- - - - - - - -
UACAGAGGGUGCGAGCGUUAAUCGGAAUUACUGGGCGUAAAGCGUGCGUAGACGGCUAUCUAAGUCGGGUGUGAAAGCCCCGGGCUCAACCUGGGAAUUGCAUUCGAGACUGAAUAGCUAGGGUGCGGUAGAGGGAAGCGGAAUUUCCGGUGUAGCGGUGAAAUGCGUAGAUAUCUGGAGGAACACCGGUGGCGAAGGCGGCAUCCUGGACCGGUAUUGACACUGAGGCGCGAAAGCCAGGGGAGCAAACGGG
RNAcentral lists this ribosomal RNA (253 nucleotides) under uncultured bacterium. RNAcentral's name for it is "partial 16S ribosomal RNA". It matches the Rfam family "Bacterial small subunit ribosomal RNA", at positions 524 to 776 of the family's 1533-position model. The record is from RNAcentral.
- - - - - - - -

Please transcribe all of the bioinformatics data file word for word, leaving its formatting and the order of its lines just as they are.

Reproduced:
UACAGAGGGUGCGAGCGUUAAUCGGAAUUACUGGGCGUAAAGCGUGCGUAGACGGCUAUCUAAGUCGGGUGUGAAAGCCCCGGGCUCAACCUGGGAAUUGCAUUCGAGACUGAAUAGCUAGGGUGCGGUAGAGGGAAGCGGAAUUUCCGGUGUAGCGGUGAAAUGCGUAGAUAUCUGGAGGAACACCGGUGGCGAAGGCGGCAUCCUGGACCGGUAUUGACACUGAGGCGCGAAAGCCAGGGGAGCAAACGGG
RNAcentral lists this ribosomal RNA (253 nucleotides) under uncultured bacterium. RNAcentral's name for it is "partial 16S ribosomal RNA". It matches the Rfam family "Bacterial small subunit ribosomal RNA", at positions 524 to 776 of the family's 1533-position model. The record is from RNAcentral.